It’s an article of faith among many — perhaps especially those of a conservative disposition? — that the decline of reading is inevitable in our hyper-connected media environment. Heck, some have even called this an age of distraction. The problem for that assumption is that the evidence doesn’t support the narrative of decline. In 2009 the NEA released a report called “Reading on the Rise”, and the trend noted then seems to be continuing, according to a new Pew study on the readings habits of young people.
More than eight in ten Americans between the ages of 16 and 29 read a book in the past year, and six in ten used their local public library. At the youngest end of the spectrum, high schoolers in their late teens (ages 16-17) and college-aged young adults (ages 18-24) are especially likely to have read a book or used the library in the past 12 months. And although their library usage patterns may often be influenced by the requirements of school assignments, their interest in the possibilities of mobile technology may also point the way toward opportunities of further engagement with libraries later in life.
Now, some will say, “Yes, but what are they reading?” My guess would be: Nothing much different from what they were reading before, just more of it — which is good news in more than one way. I have often cited W. H. Auden’s belief that people shouldn’t read masterpieces all the time: “When one thinks of the attention that a great poem demands, there is something frivolous about the notion of spending every day with one. Masterpieces should be kept for High Holidays of the Spirit.” And mediocre books often prove to be gateway drugs to better books.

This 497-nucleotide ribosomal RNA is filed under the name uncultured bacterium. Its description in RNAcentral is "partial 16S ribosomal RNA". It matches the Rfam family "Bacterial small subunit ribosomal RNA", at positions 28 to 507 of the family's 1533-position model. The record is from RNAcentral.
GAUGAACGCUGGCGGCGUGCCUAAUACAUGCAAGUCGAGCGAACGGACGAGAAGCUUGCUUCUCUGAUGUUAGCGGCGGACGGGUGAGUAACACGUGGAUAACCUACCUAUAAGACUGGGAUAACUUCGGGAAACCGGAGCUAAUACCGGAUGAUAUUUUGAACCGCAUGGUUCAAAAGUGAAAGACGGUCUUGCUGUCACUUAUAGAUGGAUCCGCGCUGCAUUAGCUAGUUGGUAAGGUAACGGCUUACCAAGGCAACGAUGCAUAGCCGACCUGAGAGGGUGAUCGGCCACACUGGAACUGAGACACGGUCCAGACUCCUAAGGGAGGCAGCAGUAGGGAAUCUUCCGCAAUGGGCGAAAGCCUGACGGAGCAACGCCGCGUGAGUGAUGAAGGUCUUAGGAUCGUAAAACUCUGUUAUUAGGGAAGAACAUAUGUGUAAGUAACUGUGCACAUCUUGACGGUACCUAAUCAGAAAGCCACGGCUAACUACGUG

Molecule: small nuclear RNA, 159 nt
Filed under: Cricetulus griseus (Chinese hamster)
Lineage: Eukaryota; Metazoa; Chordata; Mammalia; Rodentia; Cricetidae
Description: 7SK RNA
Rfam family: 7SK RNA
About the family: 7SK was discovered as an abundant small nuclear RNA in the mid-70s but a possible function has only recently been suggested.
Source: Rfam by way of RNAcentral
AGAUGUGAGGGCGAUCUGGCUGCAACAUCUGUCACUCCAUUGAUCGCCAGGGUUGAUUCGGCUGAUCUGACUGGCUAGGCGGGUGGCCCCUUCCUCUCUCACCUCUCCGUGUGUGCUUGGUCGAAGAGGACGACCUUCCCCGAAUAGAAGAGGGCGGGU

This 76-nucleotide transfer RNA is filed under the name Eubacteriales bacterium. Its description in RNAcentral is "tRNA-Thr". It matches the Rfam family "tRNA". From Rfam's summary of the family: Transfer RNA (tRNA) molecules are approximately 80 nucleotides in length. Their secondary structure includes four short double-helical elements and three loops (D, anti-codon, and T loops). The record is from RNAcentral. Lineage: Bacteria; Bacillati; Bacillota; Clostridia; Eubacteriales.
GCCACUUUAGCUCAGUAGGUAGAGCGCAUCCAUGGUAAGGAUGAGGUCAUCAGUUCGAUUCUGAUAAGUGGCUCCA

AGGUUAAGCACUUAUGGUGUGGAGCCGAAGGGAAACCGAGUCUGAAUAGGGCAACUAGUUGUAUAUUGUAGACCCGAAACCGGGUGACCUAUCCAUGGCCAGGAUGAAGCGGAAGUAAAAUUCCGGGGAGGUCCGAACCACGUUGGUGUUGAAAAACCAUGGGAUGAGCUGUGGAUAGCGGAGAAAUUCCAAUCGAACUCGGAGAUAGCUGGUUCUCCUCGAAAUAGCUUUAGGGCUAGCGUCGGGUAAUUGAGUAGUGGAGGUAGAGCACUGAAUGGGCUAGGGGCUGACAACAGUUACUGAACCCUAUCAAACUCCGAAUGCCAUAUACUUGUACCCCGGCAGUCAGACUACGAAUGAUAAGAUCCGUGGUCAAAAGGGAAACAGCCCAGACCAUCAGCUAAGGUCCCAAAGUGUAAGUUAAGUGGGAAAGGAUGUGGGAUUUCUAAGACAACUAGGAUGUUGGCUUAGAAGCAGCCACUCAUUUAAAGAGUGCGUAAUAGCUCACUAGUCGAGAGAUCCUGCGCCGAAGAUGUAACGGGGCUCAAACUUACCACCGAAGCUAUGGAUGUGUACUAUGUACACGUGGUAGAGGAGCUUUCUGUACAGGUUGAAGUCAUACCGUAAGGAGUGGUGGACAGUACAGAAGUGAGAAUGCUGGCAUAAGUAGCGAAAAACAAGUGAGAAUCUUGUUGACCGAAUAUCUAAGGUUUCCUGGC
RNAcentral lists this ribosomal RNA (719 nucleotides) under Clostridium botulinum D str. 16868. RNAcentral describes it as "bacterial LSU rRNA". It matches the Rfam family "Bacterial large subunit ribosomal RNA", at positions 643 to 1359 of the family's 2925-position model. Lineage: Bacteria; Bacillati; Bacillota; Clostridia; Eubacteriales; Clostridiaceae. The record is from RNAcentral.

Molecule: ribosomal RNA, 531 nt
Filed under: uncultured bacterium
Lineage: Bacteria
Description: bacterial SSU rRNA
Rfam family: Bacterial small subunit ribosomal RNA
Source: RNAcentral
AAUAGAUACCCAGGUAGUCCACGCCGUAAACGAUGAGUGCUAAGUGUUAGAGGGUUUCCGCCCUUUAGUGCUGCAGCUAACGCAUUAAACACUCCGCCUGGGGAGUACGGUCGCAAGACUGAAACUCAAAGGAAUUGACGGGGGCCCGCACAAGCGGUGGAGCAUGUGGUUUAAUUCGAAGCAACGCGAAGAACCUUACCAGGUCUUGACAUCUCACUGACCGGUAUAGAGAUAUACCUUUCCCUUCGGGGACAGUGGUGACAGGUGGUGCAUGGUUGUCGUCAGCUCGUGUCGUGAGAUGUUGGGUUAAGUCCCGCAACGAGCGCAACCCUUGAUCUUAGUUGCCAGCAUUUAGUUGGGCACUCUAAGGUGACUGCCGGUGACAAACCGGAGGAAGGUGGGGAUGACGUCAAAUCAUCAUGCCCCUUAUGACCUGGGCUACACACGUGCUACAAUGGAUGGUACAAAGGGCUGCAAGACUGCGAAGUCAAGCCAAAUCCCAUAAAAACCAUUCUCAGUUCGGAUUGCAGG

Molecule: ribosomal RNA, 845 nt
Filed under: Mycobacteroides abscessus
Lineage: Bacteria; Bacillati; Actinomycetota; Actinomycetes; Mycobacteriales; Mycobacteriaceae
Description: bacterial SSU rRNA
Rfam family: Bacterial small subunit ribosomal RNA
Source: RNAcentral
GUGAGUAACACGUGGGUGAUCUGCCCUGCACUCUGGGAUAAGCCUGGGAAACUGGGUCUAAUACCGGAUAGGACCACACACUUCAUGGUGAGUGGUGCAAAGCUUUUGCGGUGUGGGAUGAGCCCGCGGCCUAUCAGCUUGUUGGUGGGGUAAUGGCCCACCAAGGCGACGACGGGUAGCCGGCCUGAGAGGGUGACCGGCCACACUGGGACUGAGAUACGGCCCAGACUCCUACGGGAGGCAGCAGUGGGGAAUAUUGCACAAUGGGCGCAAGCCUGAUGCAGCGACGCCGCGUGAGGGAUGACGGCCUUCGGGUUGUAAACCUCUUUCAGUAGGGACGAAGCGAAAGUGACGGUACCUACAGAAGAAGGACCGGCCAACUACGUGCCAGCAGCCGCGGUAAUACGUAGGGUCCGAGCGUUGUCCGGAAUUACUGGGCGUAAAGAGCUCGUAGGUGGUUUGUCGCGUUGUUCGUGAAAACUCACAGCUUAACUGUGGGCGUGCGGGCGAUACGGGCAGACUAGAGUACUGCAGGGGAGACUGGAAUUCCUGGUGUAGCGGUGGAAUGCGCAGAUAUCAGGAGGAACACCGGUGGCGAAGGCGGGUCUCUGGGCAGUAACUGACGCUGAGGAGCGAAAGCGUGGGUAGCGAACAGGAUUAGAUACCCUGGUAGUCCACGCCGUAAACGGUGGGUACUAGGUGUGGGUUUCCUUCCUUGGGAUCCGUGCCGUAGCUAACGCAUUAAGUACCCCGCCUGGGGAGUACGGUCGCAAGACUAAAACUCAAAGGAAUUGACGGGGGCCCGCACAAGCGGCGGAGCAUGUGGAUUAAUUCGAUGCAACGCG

Those of us who love books and reading shouldn’t be insisting on our familiar narrative of decline. We should instead ask ourselves how best to take advantage of this increasingly common habit of reading among the young, and their willingness to use their local libraries. Fellow readers, this is a time of opportunity.
UPDATE: On the other hand, what if people are reading more but learning less? More thoughts on that . . . eventually.
UPDATE TWO: An email from the ever-thoughtful Nick Carr raises some important questions:
But while there are encouraging signs in the Pew report, I’m not sure that it presented clear evidence that reading is “on the rise.” Looking at the data, there seemed to be only one question on that topic, but it was only asked of a subset of respondents who self-described themselves as “readers of e-content.” Of that set, 30% said they’re spending more time reading, 7% less, and 62% the same. There’s no data, though, on the entire set of respondents. Also, the simple fact that phones have switched from voice processors to word processors pretty much guarantees that young people, in particular, are spending more time reading now. A mediocre book may well be a gateway to better books. But is a text? A Facebook update? An email? Probably not.